How to Brush Your Teeth
The first step is to choose a good toothbrush. You always want to use a soft brush with a small head. A soft brush is hard enough to remove plaque yet gentle enough to damage your teeth or gums.
The next issue is to select good toothpaste. In general, any toothpaste that contains Fluoride will do the job, unless you have special needs that are determined by your dentist. Two of the best brands of toothpaste are Colgate Total and Crest Multicare.
The first rule of brushing is to start from a specific location and work your way to the opposite side, continuing through the whole mouth to end where you started. This way you won't miss any area. Usually, a pea-sized amount of toothpaste is enough. An adequate brushing should at least take 2 minutes and preferably around 4 minutes.
There are a variety of techniques for brushing your teeth, but one of the most popular ones is described here:
Hold the brush at a 45-degree angle toward the teeth and gums. Gently press against the gums, so the bristles' tips go in between the gum and the teeth. Then apply a few lateral strokes and roll down the brush to sweep the plaque away from the teeth and the gum. Repeat this motion 6 to 10 times and move on to the next area of 2 to 3 teeth.
If your mouth is full of foam, spit out and continue brushing. Your brushing is completed when you have brushed all the surfaces of your teeth, not when your mouth is full! On chewing surfaces, short strokes work best to get the plaque out of the grooves and pits. When brushing the backside of your front teeth, hold your brush vertically to reach the teeth better.
As far as brushing frequency is concerned, ideally, you want to brush your teeth after each meal. But if you can’t, brush at least twice a day- after breakfast and before going to bed.
Electric Brush Versus Manual Brushes
There have been multiple studies comparing the effectiveness of manual brushes as opposed to electric brushes.
Although not all electric brushes are the same, these studies conclude that electric brushes are more efficient in controlling plaque than manual brushes. Theoretically, you can do a very good brushing with a regular hand brush, but an electric brush's movements make the task easier and more effective.
Also, some electric brushes (Sonicare) produce sonic vibrations that are difficult to mimic with a hand brush! Other electric brushes like Oral-B and Rotadent have small heads that help you access hard-to-reach areas of your mouth. This aspect is more important when talking about someone with orthodontic braces or a history of gum disease.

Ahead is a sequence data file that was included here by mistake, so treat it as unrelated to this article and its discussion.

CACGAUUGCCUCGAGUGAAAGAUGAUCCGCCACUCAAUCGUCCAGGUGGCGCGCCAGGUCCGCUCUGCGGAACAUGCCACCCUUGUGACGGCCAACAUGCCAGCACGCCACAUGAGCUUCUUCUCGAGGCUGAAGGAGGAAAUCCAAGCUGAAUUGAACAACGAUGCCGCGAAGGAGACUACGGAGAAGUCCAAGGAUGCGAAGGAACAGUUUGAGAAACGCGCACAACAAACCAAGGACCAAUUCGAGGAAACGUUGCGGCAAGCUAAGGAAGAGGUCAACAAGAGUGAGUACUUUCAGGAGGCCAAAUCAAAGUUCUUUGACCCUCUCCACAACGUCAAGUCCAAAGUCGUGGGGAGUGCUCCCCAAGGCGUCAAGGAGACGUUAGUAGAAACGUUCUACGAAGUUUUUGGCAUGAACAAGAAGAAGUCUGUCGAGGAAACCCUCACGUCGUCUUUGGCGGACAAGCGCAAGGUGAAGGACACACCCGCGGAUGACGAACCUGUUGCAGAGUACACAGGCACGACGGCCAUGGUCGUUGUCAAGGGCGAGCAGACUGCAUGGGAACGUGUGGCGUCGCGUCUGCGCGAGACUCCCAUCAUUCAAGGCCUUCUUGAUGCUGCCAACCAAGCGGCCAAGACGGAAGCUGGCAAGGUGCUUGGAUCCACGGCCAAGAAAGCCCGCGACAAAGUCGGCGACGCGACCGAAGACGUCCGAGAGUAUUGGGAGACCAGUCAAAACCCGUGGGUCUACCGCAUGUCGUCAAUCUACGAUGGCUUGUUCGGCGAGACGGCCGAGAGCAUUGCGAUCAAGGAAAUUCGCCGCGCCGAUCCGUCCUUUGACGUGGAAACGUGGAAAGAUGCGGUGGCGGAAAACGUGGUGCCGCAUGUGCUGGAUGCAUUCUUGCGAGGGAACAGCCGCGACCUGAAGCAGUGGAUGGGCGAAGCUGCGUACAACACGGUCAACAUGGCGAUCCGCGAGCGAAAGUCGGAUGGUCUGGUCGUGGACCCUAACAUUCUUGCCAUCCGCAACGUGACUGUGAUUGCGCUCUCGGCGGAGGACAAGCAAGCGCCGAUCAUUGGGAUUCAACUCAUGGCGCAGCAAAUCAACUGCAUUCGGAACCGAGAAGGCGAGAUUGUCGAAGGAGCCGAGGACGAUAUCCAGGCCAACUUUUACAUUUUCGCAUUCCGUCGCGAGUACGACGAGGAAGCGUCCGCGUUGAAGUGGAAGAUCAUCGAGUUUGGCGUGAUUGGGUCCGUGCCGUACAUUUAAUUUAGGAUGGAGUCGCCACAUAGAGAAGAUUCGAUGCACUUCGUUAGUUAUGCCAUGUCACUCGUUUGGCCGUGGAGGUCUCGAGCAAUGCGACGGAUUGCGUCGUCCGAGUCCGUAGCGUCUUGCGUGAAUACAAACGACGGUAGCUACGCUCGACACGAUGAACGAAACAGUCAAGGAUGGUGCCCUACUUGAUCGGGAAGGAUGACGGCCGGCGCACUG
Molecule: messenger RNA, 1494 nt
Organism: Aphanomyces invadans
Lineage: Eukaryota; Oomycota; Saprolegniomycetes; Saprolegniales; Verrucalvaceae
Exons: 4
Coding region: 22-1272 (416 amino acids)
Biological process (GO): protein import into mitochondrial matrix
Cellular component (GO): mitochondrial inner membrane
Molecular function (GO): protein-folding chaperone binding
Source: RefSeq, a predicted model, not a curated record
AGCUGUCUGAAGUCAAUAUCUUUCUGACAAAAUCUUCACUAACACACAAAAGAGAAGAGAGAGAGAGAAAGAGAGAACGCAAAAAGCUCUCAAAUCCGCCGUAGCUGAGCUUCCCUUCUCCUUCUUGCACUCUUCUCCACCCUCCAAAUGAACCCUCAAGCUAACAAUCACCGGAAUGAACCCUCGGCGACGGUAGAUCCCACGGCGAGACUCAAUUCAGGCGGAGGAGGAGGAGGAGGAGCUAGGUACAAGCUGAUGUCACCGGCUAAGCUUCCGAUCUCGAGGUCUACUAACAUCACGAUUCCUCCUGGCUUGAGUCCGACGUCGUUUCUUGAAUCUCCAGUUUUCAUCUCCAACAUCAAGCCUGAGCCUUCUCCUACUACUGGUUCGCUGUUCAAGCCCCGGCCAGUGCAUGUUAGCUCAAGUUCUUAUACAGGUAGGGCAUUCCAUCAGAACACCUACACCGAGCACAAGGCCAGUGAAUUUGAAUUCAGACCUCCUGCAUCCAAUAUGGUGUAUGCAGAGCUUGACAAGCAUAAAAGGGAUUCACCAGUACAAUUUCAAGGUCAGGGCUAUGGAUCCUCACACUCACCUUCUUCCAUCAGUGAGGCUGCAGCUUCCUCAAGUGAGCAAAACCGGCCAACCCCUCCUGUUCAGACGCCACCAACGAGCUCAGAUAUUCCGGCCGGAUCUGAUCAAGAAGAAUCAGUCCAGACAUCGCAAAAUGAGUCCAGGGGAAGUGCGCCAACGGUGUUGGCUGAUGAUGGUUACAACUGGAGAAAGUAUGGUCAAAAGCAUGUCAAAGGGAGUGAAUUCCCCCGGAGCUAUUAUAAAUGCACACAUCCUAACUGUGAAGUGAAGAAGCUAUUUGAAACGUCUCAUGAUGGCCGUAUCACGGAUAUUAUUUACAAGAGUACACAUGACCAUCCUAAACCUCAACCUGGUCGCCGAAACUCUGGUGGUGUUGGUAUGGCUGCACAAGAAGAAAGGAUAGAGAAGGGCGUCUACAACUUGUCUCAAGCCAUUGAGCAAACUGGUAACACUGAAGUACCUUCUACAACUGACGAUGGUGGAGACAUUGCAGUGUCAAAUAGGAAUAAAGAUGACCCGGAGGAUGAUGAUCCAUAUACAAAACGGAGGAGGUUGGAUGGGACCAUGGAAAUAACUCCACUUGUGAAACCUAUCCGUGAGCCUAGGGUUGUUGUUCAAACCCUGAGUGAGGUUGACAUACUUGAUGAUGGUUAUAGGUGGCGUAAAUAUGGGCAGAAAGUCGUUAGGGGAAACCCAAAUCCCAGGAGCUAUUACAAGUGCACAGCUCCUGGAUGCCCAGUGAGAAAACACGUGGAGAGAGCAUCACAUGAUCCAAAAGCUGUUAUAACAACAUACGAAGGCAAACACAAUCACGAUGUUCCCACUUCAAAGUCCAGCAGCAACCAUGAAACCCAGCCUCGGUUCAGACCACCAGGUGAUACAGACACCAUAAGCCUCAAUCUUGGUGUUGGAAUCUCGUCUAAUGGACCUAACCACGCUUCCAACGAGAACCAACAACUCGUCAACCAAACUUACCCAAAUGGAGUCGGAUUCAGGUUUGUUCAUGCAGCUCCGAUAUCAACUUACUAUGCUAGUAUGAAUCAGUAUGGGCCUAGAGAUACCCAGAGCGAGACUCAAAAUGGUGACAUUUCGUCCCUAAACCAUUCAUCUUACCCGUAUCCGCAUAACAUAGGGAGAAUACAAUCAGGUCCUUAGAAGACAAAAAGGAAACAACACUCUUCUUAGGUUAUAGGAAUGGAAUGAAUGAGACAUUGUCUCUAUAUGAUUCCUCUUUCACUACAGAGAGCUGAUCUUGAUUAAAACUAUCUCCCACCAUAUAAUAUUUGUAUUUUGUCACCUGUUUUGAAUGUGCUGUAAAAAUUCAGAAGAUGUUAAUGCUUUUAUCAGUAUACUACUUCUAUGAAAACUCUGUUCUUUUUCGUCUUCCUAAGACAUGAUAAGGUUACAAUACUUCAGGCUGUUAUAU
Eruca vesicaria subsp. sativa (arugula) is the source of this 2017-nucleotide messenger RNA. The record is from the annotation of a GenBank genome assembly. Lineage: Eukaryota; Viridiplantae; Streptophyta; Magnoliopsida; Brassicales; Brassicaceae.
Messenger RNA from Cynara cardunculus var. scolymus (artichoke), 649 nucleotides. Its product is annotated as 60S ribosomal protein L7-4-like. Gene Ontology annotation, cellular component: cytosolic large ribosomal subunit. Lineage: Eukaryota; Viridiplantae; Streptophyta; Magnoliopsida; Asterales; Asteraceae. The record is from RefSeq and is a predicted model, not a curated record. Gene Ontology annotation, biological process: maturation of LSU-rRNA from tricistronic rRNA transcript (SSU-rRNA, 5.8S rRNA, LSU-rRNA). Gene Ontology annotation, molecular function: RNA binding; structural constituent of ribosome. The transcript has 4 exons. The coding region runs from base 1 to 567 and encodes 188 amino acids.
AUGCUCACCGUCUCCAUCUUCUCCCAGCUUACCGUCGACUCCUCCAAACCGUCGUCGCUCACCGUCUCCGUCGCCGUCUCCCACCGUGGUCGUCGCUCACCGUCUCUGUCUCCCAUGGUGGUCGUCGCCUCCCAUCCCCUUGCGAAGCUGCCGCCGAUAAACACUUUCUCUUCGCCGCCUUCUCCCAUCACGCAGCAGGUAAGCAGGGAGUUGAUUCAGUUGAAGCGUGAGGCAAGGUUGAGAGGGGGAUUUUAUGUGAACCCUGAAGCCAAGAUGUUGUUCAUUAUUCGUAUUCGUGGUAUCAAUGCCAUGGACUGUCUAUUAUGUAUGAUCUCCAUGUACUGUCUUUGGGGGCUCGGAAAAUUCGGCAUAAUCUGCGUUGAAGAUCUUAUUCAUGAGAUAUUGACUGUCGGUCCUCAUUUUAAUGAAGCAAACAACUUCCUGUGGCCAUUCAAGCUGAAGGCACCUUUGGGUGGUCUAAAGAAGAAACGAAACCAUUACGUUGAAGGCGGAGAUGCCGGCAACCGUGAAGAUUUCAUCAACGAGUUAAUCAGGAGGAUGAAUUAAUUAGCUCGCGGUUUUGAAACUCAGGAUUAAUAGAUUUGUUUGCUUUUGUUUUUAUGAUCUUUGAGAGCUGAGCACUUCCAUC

Dental Health and Your Diet
Sugar is the main cause of dental decay when there are bacteria present. More significant than the amount of sugar you eat is the frequency of consumption.
Probably the worst thing you can do to your teeth is to drink a soda and have a sip every few minutes over a long period; the same is true for snacking. It is recommended that if you want to have a snack or soda or juice, it is better to have it after food, dessert, or have it in one sitting. Eating or drinking something sweet over an extended period creates a constant sugar supply for bacteria that causes tooth decay!
It is important to be aware of all the sources of sugar that are out there. It is not just everything sweet, but anything that can turn to sugar like pieces of bread. Cutting down your sugar intake is good for cavity prevention, as well as your general health.
But what about when you have to have sugar? The best way to avoid cavities is to prevent the sugar from staying next to your teeth. Brushing after eating sugar, rinsing your mouth with Fluoride mouth wash, or chewing sugarless gum can help. However, nothing has the effect of avoiding sugar!
Is there any food that prevents tooth decay? Well, not really. Some people believed that chewing foods like apples and carrots might have some plaque removal effect, but they still contain some sugar, so any advantage is not clear.
Another group of food that causes significant damage to teeth structure is acidic foods. If in frequent contact with teeth, things like lime, lemon, and grapefruit can cause serious irreversible damage (erosion) to your teeth.